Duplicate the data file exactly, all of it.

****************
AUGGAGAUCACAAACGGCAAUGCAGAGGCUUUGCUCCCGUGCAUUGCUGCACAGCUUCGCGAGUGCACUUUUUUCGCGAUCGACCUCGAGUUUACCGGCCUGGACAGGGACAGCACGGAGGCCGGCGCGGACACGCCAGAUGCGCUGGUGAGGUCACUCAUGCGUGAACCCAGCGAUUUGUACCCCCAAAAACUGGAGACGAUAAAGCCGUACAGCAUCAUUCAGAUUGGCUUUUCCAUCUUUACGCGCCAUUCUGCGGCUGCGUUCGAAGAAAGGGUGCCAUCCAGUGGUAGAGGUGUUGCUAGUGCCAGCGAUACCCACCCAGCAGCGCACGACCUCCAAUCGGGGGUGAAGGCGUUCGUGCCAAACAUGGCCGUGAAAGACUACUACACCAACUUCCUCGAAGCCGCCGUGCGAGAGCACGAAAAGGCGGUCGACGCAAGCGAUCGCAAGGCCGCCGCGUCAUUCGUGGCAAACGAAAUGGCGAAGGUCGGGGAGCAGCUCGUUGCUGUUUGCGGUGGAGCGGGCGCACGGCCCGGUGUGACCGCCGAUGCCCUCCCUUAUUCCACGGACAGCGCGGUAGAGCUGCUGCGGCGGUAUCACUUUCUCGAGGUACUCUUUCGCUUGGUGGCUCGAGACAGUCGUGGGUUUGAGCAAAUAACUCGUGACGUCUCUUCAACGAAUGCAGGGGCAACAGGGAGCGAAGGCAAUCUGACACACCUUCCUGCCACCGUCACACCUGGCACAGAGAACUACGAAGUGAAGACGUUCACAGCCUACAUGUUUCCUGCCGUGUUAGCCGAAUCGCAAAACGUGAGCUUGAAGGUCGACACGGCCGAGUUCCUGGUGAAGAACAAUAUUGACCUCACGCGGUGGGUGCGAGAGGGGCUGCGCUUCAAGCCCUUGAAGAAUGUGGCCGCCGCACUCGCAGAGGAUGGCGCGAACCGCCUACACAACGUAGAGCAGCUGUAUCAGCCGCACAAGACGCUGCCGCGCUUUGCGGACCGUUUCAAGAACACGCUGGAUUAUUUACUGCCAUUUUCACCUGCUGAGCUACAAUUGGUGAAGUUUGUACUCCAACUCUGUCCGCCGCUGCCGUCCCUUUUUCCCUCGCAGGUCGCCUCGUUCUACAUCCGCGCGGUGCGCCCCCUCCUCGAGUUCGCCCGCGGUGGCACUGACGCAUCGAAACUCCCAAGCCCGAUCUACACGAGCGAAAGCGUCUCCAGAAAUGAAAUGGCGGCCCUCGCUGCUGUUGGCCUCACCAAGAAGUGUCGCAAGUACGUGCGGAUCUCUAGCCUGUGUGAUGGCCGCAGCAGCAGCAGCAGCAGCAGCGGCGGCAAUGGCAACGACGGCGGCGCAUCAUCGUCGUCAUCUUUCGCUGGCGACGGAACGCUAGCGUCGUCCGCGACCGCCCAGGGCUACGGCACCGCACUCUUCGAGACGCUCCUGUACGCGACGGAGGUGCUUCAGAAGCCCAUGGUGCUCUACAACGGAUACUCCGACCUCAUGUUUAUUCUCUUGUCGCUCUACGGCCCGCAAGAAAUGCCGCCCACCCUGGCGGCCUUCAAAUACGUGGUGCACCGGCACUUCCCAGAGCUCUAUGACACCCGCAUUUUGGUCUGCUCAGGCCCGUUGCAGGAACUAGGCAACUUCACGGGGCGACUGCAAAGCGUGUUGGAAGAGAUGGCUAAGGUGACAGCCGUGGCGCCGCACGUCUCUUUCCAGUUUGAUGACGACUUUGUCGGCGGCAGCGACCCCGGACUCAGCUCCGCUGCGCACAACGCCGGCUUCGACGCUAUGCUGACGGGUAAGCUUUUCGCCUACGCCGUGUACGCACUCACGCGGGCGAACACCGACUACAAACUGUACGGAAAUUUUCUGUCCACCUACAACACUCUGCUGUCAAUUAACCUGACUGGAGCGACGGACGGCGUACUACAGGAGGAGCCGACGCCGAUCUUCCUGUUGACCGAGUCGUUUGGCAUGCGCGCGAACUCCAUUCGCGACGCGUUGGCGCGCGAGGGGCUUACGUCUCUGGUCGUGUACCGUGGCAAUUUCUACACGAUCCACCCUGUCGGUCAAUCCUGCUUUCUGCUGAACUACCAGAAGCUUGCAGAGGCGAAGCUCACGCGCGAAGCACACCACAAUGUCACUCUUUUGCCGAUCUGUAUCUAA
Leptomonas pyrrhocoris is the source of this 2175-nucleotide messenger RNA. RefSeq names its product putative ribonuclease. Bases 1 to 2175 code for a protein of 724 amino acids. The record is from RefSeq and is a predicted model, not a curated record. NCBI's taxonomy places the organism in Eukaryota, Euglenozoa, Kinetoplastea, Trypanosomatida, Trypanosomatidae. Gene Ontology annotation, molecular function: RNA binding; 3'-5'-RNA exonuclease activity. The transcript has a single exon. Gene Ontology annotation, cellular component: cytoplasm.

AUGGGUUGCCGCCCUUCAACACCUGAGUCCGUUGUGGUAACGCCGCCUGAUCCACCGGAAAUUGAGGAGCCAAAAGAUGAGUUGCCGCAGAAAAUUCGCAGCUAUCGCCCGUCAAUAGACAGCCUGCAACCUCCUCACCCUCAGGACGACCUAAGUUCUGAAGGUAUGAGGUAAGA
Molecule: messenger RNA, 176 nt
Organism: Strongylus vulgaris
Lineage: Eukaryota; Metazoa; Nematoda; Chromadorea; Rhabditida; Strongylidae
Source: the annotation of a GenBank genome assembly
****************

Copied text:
AUGGAGAUCACAAACGGCAAUGCAGAGGCUUUGCUCCCGUGCAUUGCUGCACAGCUUCGCGAGUGCACUUUUUUCGCGAUCGACCUCGAGUUUACCGGCCUGGACAGGGACAGCACGGAGGCCGGCGCGGACACGCCAGAUGCGCUGGUGAGGUCACUCAUGCGUGAACCCAGCGAUUUGUACCCCCAAAAACUGGAGACGAUAAAGCCGUACAGCAUCAUUCAGAUUGGCUUUUCCAUCUUUACGCGCCAUUCUGCGGCUGCGUUCGAAGAAAGGGUGCCAUCCAGUGGUAGAGGUGUUGCUAGUGCCAGCGAUACCCACCCAGCAGCGCACGACCUCCAAUCGGGGGUGAAGGCGUUCGUGCCAAACAUGGCCGUGAAAGACUACUACACCAACUUCCUCGAAGCCGCCGUGCGAGAGCACGAAAAGGCGGUCGACGCAAGCGAUCGCAAGGCCGCCGCGUCAUUCGUGGCAAACGAAAUGGCGAAGGUCGGGGAGCAGCUCGUUGCUGUUUGCGGUGGAGCGGGCGCACGGCCCGGUGUGACCGCCGAUGCCCUCCCUUAUUCCACGGACAGCGCGGUAGAGCUGCUGCGGCGGUAUCACUUUCUCGAGGUACUCUUUCGCUUGGUGGCUCGAGACAGUCGUGGGUUUGAGCAAAUAACUCGUGACGUCUCUUCAACGAAUGCAGGGGCAACAGGGAGCGAAGGCAAUCUGACACACCUUCCUGCCACCGUCACACCUGGCACAGAGAACUACGAAGUGAAGACGUUCACAGCCUACAUGUUUCCUGCCGUGUUAGCCGAAUCGCAAAACGUGAGCUUGAAGGUCGACACGGCCGAGUUCCUGGUGAAGAACAAUAUUGACCUCACGCGGUGGGUGCGAGAGGGGCUGCGCUUCAAGCCCUUGAAGAAUGUGGCCGCCGCACUCGCAGAGGAUGGCGCGAACCGCCUACACAACGUAGAGCAGCUGUAUCAGCCGCACAAGACGCUGCCGCGCUUUGCGGACCGUUUCAAGAACACGCUGGAUUAUUUACUGCCAUUUUCACCUGCUGAGCUACAAUUGGUGAAGUUUGUACUCCAACUCUGUCCGCCGCUGCCGUCCCUUUUUCCCUCGCAGGUCGCCUCGUUCUACAUCCGCGCGGUGCGCCCCCUCCUCGAGUUCGCCCGCGGUGGCACUGACGCAUCGAAACUCCCAAGCCCGAUCUACACGAGCGAAAGCGUCUCCAGAAAUGAAAUGGCGGCCCUCGCUGCUGUUGGCCUCACCAAGAAGUGUCGCAAGUACGUGCGGAUCUCUAGCCUGUGUGAUGGCCGCAGCAGCAGCAGCAGCAGCAGCGGCGGCAAUGGCAACGACGGCGGCGCAUCAUCGUCGUCAUCUUUCGCUGGCGACGGAACGCUAGCGUCGUCCGCGACCGCCCAGGGCUACGGCACCGCACUCUUCGAGACGCUCCUGUACGCGACGGAGGUGCUUCAGAAGCCCAUGGUGCUCUACAACGGAUACUCCGACCUCAUGUUUAUUCUCUUGUCGCUCUACGGCCCGCAAGAAAUGCCGCCCACCCUGGCGGCCUUCAAAUACGUGGUGCACCGGCACUUCCCAGAGCUCUAUGACACCCGCAUUUUGGUCUGCUCAGGCCCGUUGCAGGAACUAGGCAACUUCACGGGGCGACUGCAAAGCGUGUUGGAAGAGAUGGCUAAGGUGACAGCCGUGGCGCCGCACGUCUCUUUCCAGUUUGAUGACGACUUUGUCGGCGGCAGCGACCCCGGACUCAGCUCCGCUGCGCACAACGCCGGCUUCGACGCUAUGCUGACGGGUAAGCUUUUCGCCUACGCCGUGUACGCACUCACGCGGGCGAACACCGACUACAAACUGUACGGAAAUUUUCUGUCCACCUACAACACUCUGCUGUCAAUUAACCUGACUGGAGCGACGGACGGCGUACUACAGGAGGAGCCGACGCCGAUCUUCCUGUUGACCGAGUCGUUUGGCAUGCGCGCGAACUCCAUUCGCGACGCGUUGGCGCGCGAGGGGCUUACGUCUCUGGUCGUGUACCGUGGCAAUUUCUACACGAUCCACCCUGUCGGUCAAUCCUGCUUUCUGCUGAACUACCAGAAGCUUGCAGAGGCGAAGCUCACGCGCGAAGCACACCACAAUGUCACUCUUUUGCCGAUCUGUAUCUAA
Leptomonas pyrrhocoris is the source of this 2175-nucleotide messenger RNA. RefSeq names its product putative ribonuclease. Bases 1 to 2175 code for a protein of 724 amino acids. The record is from RefSeq and is a predicted model, not a curated record. NCBI's taxonomy places the organism in Eukaryota, Euglenozoa, Kinetoplastea, Trypanosomatida, Trypanosomatidae. Gene Ontology annotation, molecular function: RNA binding; 3'-5'-RNA exonuclease activity. The transcript has a single exon. Gene Ontology annotation, cellular component: cytoplasm.

AUGGGUUGCCGCCCUUCAACACCUGAGUCCGUUGUGGUAACGCCGCCUGAUCCACCGGAAAUUGAGGAGCCAAAAGAUGAGUUGCCGCAGAAAAUUCGCAGCUAUCGCCCGUCAAUAGACAGCCUGCAACCUCCUCACCCUCAGGACGACCUAAGUUCUGAAGGUAUGAGGUAAGA
Molecule: messenger RNA, 176 nt
Organism: Strongylus vulgaris
Lineage: Eukaryota; Metazoa; Nematoda; Chromadorea; Rhabditida; Strongylidae
Source: the annotation of a GenBank genome assembly